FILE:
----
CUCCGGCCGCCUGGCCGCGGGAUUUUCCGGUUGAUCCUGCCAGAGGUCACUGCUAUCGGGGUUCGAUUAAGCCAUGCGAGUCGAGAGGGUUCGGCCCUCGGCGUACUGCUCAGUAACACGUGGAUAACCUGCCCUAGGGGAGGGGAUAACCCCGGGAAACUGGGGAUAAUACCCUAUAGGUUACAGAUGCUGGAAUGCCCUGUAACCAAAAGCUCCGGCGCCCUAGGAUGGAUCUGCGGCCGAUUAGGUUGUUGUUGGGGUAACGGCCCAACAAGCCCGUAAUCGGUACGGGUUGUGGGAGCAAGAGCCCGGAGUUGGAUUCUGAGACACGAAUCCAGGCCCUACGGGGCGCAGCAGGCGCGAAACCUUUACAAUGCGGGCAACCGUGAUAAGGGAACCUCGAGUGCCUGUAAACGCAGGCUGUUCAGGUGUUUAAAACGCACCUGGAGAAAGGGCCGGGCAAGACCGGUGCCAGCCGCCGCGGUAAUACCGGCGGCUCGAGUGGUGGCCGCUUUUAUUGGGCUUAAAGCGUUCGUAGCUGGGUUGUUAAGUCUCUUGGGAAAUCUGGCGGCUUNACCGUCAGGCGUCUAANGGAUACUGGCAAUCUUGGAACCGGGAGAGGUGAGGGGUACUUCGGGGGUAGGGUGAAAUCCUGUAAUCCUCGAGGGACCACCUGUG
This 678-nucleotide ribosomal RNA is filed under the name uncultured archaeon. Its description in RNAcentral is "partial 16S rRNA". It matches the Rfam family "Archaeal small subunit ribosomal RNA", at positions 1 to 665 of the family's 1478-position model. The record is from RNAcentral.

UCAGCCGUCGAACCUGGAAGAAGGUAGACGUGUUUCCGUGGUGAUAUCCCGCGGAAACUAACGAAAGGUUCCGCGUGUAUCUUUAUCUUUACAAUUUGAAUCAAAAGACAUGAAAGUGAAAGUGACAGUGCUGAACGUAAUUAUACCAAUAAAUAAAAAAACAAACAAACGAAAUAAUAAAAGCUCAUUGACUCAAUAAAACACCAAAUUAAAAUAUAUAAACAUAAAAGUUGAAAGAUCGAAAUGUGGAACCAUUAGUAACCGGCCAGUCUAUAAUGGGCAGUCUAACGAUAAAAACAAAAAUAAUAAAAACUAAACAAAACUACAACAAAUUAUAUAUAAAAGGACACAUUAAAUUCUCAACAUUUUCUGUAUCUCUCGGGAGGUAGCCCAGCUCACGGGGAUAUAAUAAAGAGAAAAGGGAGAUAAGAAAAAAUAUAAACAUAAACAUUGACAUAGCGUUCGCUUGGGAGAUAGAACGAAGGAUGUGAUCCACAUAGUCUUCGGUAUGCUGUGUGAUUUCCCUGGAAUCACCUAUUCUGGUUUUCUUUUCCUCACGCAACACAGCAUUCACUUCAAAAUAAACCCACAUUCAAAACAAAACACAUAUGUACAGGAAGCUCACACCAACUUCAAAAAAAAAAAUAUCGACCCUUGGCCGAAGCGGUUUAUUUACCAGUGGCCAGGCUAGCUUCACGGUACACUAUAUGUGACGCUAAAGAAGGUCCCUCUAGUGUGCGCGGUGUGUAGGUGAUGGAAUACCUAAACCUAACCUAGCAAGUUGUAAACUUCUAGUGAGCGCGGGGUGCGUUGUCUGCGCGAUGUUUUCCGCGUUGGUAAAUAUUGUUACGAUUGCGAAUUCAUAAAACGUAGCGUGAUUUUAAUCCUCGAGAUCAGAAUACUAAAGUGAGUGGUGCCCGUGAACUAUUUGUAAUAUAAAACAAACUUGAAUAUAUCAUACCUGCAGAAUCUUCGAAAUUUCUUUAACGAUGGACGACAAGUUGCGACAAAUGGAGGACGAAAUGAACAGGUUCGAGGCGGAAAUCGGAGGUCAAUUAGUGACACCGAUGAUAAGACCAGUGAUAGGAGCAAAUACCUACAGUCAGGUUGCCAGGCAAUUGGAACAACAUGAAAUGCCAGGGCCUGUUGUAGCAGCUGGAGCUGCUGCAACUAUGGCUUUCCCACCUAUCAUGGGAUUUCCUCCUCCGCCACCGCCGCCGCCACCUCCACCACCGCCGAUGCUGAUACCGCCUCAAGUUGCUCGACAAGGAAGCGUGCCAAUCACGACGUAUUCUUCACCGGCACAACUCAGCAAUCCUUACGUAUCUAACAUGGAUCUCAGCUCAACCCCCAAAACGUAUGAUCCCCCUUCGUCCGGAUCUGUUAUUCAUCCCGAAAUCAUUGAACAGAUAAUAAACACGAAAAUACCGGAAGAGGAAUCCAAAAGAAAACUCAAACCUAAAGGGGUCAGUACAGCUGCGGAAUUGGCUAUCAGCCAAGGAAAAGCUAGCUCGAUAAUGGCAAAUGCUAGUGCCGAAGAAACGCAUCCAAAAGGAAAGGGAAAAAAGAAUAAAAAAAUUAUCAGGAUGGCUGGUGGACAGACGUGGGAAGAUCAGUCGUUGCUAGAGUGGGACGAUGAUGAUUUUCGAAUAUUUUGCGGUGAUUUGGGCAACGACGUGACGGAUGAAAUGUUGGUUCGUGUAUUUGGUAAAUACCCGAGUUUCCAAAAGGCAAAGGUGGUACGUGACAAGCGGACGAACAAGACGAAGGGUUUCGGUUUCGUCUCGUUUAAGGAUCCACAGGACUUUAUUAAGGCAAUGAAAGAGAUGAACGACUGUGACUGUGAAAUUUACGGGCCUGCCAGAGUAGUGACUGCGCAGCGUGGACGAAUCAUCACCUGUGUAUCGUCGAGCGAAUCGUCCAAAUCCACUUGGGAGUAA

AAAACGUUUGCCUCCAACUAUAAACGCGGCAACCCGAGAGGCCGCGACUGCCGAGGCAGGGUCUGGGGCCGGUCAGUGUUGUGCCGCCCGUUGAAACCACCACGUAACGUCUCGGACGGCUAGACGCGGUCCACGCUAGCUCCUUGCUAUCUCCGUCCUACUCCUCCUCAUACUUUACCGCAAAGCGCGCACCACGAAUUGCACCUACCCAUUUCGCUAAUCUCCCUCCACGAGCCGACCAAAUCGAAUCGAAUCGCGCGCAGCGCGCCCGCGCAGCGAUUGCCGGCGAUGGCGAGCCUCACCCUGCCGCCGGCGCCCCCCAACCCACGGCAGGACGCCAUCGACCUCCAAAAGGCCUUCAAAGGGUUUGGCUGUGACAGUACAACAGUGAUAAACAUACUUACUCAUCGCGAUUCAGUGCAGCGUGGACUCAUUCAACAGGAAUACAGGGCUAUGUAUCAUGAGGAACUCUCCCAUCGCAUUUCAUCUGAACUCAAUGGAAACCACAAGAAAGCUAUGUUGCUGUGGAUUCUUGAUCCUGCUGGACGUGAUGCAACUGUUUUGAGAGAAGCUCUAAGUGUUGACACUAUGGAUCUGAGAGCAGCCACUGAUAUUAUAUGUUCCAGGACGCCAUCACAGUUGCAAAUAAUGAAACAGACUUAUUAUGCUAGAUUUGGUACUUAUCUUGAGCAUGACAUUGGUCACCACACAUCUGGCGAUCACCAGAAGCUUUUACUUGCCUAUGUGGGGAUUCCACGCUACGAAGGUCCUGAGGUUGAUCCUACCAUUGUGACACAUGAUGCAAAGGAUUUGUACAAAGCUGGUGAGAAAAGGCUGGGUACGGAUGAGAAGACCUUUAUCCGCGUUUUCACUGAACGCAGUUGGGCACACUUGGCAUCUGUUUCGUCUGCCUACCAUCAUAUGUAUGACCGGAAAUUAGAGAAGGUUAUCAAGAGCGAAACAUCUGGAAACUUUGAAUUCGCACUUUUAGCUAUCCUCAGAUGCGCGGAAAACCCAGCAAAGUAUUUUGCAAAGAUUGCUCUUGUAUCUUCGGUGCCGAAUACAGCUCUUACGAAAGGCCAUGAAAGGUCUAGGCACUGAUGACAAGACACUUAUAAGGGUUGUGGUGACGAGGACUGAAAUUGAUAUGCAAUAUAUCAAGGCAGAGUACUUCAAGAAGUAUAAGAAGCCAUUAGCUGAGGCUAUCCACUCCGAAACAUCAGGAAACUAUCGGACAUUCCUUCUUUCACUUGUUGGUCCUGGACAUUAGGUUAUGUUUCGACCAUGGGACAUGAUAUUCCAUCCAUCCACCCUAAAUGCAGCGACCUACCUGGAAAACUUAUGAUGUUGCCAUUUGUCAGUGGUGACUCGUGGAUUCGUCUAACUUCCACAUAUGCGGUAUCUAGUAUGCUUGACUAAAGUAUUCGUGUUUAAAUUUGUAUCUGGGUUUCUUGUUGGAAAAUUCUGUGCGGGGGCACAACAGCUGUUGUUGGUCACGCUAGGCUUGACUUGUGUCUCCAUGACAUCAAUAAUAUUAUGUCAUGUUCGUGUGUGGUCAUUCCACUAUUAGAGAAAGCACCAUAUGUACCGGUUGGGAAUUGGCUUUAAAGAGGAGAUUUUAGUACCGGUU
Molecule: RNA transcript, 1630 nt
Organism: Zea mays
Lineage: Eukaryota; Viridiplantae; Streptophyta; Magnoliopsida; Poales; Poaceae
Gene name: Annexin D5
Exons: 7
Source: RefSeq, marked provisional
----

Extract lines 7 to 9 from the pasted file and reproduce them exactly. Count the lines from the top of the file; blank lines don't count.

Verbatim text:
Lineage: Eukaryota; Viridiplantae; Streptophyta; Magnoliopsida; Poales; Poaceae
Gene name: Annexin D5
Exons: 7